It can be difficult to remember, looking back on it from now, but February kicked off with the Reds flying high. Any fears or doubts about whether they would win the title had begun to give way to questions about whether Liverpool could end the season unbeaten. The fans had begun to celebrate Liverpool’s seemingly inevitable title. Number nineteen. The club’s first domestic title in three decades.
February 1st, Premier League
Liverpool 4–0 Southampton
Liverpool had ended January by sweeping aside West Ham. They opened February by hammering Southampton. Alex Oxlade-Chamberlain did his bit and opened the scoring. Jordan Henderson got a goal. Then Mohamed Salah got two. The Saints were simply there to witness Liverpool in their absolute pomp as they equalled Manchester City’s record of 20 home wins in a row in the Premier League. This was Liverpool doing a victory lap.
February 4th, FA Cup Replay
Liverpool 1-0 Shrewsbury Town
Victory lap against Southampton completed, the players were given a well deserved break. Not just well deserved, but Premier League mandated, with 2019-20 the first season clubs in England would be given a mid-season week off. The FA, though, seemed caught out by this long-established plan when they set the schedule the club’s fourth round replay against Shrewsbury.
There were grumbles from Shrewsbury and grumbles from traditionalists—about the magic of the cup and Jürgen Klopp’s disrespect for it—but the Liverpool manager stuck to his guns and gave his senior stars their week off. And let the kids, managed by Neil Critchley, take the pitch.
As they had against Aston Villa when Liverpool were asked to play a League Cup game 24 hours before they were set to play at the Club World Cup in Qatar, the kids gave a solid account. And this time, against lower-league opposition, they got the win their strong play deserved when young right back Neco Williams forced an own goal off a cross.
February 15th, Premier League
Norwich City 0–1 Liverpool
Back from their break, those senior stars looked a little sleepy against Norwich, but even a sleepy Liverpool side—or at least this Liverpool side—was going to get all three points, in this case thanks to a Sadio Mané strike in the 78th minute. Because back in the middle February while the games still mattered in the league, this Liverpool side didn’t seem to know how to lose.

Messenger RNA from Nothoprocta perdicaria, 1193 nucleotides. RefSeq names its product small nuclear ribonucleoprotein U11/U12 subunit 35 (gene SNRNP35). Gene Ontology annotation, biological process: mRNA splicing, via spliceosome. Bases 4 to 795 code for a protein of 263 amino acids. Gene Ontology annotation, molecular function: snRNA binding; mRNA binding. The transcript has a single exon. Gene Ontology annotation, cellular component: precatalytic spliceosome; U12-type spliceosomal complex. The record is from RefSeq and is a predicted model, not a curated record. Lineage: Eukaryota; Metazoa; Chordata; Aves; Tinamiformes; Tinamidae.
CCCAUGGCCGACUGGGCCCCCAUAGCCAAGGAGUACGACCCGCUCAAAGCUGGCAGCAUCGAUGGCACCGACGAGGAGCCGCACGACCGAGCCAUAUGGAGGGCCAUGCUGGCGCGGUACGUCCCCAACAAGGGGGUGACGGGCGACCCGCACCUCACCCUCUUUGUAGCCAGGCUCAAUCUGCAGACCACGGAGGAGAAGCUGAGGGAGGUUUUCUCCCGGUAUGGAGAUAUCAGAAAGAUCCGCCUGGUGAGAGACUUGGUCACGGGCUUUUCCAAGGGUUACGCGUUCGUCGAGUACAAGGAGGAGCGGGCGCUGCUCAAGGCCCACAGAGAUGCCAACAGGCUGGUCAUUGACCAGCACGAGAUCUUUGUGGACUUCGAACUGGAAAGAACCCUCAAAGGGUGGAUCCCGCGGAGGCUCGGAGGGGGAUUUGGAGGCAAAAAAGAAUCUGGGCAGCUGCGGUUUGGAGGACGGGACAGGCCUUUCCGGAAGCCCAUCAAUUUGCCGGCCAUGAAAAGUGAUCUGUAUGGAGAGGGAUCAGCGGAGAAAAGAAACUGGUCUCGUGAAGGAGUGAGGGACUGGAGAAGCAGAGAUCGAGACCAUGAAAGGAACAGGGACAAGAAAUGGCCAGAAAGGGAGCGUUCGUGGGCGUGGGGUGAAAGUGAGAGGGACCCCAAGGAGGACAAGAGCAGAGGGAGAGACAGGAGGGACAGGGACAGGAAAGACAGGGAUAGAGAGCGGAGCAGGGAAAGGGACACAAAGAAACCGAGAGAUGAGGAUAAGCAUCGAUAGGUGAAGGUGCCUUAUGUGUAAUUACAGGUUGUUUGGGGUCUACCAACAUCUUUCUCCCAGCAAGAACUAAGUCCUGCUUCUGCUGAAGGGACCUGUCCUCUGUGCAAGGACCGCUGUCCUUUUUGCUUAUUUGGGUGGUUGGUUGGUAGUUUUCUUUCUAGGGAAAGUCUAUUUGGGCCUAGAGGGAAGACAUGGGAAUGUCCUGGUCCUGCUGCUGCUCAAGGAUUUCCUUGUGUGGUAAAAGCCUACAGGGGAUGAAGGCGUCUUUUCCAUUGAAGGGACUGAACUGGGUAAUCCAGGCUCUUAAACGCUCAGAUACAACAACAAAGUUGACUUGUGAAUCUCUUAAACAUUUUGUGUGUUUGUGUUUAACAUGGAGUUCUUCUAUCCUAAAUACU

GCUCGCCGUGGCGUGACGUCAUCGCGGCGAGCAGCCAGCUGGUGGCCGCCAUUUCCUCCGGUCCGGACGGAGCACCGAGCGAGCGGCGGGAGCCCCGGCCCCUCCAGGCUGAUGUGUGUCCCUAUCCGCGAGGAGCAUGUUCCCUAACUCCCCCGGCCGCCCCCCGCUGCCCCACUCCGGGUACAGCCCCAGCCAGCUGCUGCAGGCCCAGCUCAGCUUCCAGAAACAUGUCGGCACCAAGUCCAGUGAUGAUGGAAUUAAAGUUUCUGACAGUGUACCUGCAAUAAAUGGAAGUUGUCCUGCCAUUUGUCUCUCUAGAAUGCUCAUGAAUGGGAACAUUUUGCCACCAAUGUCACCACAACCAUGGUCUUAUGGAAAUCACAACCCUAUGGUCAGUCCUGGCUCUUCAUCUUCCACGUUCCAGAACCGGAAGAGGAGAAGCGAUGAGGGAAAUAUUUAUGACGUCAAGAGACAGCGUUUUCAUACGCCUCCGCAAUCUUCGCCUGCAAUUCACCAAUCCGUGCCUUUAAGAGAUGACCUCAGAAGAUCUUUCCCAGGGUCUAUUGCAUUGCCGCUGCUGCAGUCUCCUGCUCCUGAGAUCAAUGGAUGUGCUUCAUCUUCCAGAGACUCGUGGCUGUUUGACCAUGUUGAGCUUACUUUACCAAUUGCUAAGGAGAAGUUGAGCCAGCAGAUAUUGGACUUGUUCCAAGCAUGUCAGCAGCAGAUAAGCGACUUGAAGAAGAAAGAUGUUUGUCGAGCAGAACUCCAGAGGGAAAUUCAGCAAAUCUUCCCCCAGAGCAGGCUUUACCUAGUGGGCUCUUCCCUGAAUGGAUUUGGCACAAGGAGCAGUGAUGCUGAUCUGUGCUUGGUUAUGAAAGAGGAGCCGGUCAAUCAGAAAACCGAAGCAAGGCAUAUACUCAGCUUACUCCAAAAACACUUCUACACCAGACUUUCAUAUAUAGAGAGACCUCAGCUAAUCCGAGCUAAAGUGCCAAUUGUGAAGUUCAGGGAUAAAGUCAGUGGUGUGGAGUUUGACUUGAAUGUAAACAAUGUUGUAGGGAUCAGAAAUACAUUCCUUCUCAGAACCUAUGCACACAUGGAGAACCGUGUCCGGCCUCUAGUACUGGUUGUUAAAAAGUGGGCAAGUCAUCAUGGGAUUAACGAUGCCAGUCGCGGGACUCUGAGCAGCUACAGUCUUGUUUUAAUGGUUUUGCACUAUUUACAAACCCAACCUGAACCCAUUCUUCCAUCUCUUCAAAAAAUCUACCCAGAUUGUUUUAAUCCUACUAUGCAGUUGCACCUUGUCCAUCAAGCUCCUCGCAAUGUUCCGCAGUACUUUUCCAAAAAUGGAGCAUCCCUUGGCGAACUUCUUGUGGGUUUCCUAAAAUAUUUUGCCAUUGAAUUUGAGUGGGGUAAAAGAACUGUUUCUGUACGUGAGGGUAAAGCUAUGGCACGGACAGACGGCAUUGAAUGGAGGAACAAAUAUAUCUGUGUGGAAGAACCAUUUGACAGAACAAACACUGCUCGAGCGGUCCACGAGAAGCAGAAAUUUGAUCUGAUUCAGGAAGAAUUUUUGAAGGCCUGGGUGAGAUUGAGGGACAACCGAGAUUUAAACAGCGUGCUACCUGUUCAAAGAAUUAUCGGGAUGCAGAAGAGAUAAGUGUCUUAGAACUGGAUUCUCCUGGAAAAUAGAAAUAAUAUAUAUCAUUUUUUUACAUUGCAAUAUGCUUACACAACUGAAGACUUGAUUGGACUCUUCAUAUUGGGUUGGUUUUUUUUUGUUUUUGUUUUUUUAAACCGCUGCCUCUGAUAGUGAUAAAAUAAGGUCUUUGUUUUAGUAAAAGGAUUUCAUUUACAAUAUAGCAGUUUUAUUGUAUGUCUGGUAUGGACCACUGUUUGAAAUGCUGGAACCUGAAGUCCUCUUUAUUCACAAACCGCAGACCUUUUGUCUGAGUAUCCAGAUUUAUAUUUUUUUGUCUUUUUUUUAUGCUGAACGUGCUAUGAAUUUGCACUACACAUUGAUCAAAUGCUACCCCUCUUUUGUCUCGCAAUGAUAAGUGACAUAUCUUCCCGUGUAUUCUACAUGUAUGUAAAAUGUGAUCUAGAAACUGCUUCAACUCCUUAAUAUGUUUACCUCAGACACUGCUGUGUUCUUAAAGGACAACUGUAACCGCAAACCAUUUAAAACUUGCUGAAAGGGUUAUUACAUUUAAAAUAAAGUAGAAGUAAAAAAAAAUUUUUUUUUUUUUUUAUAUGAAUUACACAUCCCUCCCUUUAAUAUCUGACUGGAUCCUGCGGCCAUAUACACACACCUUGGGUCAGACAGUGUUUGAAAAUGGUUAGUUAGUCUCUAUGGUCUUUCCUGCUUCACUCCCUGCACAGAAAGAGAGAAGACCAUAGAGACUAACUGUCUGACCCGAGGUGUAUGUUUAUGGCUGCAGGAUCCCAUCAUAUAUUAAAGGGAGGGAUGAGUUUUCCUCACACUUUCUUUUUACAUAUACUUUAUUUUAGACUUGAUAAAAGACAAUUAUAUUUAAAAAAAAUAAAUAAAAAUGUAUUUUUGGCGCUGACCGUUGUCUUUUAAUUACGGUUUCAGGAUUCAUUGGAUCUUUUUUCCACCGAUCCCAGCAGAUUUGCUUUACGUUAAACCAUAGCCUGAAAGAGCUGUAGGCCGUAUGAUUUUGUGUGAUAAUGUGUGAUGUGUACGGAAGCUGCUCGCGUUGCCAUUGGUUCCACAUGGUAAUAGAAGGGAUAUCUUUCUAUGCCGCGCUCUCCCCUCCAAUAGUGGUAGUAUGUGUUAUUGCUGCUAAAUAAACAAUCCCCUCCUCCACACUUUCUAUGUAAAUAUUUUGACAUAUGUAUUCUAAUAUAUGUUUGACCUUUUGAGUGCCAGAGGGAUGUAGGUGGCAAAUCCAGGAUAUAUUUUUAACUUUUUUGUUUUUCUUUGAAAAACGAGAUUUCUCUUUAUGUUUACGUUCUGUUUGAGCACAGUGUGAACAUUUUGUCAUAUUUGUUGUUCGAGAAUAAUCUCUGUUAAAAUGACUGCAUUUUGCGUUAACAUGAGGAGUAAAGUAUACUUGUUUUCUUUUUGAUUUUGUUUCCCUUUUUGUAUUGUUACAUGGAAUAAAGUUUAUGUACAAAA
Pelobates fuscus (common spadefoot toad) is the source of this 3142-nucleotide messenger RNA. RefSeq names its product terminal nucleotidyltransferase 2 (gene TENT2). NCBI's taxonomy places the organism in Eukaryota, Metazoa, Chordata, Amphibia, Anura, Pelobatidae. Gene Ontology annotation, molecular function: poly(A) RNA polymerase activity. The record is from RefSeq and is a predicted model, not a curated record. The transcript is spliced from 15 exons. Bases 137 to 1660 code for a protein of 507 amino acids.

February 18th, Champions League
Atletico Madrid 1-0 Liverpool
Then came the first real bump in the road, though at the time it really didn’t feel like much of a bump, and it wasn’t entirely unexpected. Napoli had given the Reds fits in the autumn, and Atletico Madrid at home were always going to be like Napoli—only better. And Liverpool at least ended the night with reason to believe. Based on the stats, the chances created and expected goals, it was a game Liverpool should have won 3-1. Every once in a while, though, you don’t win games you should by the chances. You face a hot goalkeeper or miss a sitter or concede in an unlikely manner.
Liverpool had gone to Madrid and been frustrated by their opponents, but on another night they could have gone home with a comfortable win, and with the return leg at Anfield the fans’ hopes remained high despite the setback. The bump in the road that didn’t really feel like one.
February 24th, Premier League
Liverpool 3–2 West Ham United
Following up that disappointing result in Europe, Liverpool again looked a little short of their best—as they had against Norwich after the mid-season break. This time, though, result of it was an unexpectedly open match against a side fighting to avoid relegation. It was a weird one, and probably a lot of fun for any neutrals, but after that mid-week loss there were a lot of sighs of relief when the final whistle blew and the Reds earned another three points—giving them 79 points and a stunning 22-point advantage over Manchester City after 27 rounds of Premier League football.
February 29th, Premier League
Watford 3–0 Liverpool
Liverpool had been better than Atletico Madrid and unfortunate to lose, and they’d probably just about deserved their victories over Norwich and West Ham even if they hadn’t been at their best. Against Watford, though, they were downright poor, putting in perhaps their worst performance of the season to that point and with it losing their chance to become invincibles.
Perhaps they’d lost rhythm having had a week off. Perhaps they’d let their concentration slip just a percent or two with the league essentially won. Whatever the case, after starting the month like they were doing a victory lap, Liverpool rather limped out of it. Not that there was any real cause for concern. Not with the league all but mathematically won. Even with a loss to Watford at the end of February, it was difficult to imagine anything—any slip or stumble or act of god—putting the league title in any real kind of doubt.